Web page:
Carbondale is home to Southern Illinois University, but it’s also the gateway to Shawnee National Forest. This is a great place to go on a multi-day backpacking trip because the forest is vast, the trails are well-marked, and the hiking is moderately challenging. A little over an hour east of Carbondale is another amazing natural site called Garden of the Gods in Herod, Illinois. This place is in Shawnee National Forest and famous for its Devil’s Smoke Stack, Camel Rock, and Anvil Rock formations. Come here for amazing outdoor photography and the best hiking in the state. This is also a great place to go rock climbing, whether you have your own gear to set up on your own or want to hire a local guide. The best climbing is at Jackson Falls near the town of Ozark.
Champaign-Urbana is a pair of sister cities in East-Central Illinois that’s home to the famous University of Illinois. This is the largest metro region in this part of Illinois and has a vibrant college life scene that makes it artsy and lively. Visit U of I’s campus town for a great mix of restaurants, fun bars, and quirky shops.
The big reason to visit Oglesby, Illinois is Starved Rock State Park. This is one of the very best hiking and paddling areas within a couple of hour’s drive from Chicago. Here you’ll find surprisingly dramatic cliffs, bluffs, and canyons that make you question if you’re still in the Midwest. In the winter, you can book an outdoor guide to take you ice climbing on the cliffs here, or go cross-country skiing to enjoy the season. Camp out in a tent or stay in the Starved Rock Lodge or one of the cabins to get the full experience.
While Illinois’ Woodstock might not be home to the legendary hippie music festival, it’s famous in its own right. The movie, Groundhog Day, was filmed here and so was Planes, Trains and Automobiles. Orson Wells also called Woodstock home. You can spend all afternoon exploring the town square here and listening to live music at the venues in town.
You might not expect to see beautiful Victorian homes in Illinois, but here they are in Mount Carroll. The town isn’t even home to 2,000 people, but it’s an easy drive from Chicago – about two hours west. One of the best ways to spend a day here is by catching a performance at the state’s oldest summer theater company, the Timber Lake Playhouse. Or for something a bit spookier, check out the year-round haunted house at Raven’s Grin Inn.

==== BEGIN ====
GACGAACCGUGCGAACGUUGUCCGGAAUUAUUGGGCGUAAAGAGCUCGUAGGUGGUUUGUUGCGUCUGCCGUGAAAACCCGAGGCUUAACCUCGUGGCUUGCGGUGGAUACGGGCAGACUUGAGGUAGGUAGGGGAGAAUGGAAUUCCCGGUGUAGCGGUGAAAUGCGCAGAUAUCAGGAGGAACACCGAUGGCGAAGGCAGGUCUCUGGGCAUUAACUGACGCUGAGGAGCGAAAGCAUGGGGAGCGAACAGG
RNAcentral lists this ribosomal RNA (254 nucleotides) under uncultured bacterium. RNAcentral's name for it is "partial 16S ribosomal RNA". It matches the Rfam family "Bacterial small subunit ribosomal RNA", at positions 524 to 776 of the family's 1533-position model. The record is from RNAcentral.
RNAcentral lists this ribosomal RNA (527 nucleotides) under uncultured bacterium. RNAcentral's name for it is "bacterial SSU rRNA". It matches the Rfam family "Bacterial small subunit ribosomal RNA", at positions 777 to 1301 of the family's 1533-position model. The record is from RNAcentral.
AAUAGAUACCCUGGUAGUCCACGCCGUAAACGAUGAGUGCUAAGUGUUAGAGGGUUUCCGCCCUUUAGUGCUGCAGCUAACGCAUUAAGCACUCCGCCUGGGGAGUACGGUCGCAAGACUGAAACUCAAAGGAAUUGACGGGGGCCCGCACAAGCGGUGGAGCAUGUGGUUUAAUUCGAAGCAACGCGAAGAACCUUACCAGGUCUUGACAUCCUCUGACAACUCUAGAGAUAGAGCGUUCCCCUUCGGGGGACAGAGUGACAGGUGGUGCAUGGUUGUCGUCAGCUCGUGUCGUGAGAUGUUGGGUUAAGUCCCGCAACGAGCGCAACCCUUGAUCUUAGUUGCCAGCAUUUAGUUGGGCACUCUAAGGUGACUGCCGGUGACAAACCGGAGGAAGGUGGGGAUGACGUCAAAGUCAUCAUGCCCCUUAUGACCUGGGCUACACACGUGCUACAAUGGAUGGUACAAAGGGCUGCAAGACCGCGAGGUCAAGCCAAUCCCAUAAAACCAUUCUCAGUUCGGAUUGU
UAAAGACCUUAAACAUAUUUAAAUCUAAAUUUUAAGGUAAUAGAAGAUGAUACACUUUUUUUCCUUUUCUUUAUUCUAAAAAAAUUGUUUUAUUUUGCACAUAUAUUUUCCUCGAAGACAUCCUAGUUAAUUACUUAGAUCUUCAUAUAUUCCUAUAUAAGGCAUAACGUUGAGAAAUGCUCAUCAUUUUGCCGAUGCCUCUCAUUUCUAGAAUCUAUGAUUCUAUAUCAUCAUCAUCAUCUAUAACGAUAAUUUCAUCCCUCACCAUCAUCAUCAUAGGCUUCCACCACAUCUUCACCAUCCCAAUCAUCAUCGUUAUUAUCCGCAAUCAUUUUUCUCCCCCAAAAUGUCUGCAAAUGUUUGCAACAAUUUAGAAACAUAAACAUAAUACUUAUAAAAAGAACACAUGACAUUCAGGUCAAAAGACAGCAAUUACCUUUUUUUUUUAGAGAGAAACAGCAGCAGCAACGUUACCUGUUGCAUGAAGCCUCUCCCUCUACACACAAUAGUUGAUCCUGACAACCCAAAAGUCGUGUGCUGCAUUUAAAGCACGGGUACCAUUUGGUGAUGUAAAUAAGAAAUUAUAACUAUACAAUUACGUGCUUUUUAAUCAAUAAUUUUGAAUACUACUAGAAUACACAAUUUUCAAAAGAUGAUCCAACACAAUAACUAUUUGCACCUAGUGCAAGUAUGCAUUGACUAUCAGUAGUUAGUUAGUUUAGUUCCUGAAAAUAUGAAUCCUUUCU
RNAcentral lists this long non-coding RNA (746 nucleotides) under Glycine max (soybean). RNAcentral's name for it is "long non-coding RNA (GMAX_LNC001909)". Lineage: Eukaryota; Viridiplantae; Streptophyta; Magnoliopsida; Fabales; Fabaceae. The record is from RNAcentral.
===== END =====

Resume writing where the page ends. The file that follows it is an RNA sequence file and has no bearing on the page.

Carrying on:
Peoria is one of the largest cities in Illinois and is situated along the Illinois River. There’s a nice riverfront area to walk around, as well as the Riverfront Museum, Caterpillar Visitors Center (this is where the major machinery company is based), the Peoria Zoo, the Peoria PlayHouse Children’s Museum, and the Luthy Botanical Garden. The Peoria Civic Center hosts lots of basketball games and concerts, and you can also check out the beautiful campus of Bradley University here. To experience Peoria from the water, take a ride on the Spirit of Peoria, which is an authentic paddlewheel boat that takes guests on one-day and five-day river cruises. The multi-day tours go to St. Louis and Hannibal, Missouri, and there are themed cruises with fireworks and music.
Another Illinois town with a fun little downtown area to explore is Sycamore. There are lots of historic homes here to check out too if you enjoy architecture. Plan your visit to Sycamore for the fall to check out the local Pumpkin Festival. Just a few miles away in DeKalb, Illinois, which is home to Northern Illinois University, you can often catch basketball games and concerts at the Convocation Center on campus.
The Illinois town of Fulton is best known for its Dutch heritage and is one of the few places in the Midwest where you can see still find authentic windmills. Definitely plan to visit Fulton in May, which is when the town hosts its Dutch Days Festival. If you’re looking for fine dining while in town, there are plenty of good options to choose from in Fulton.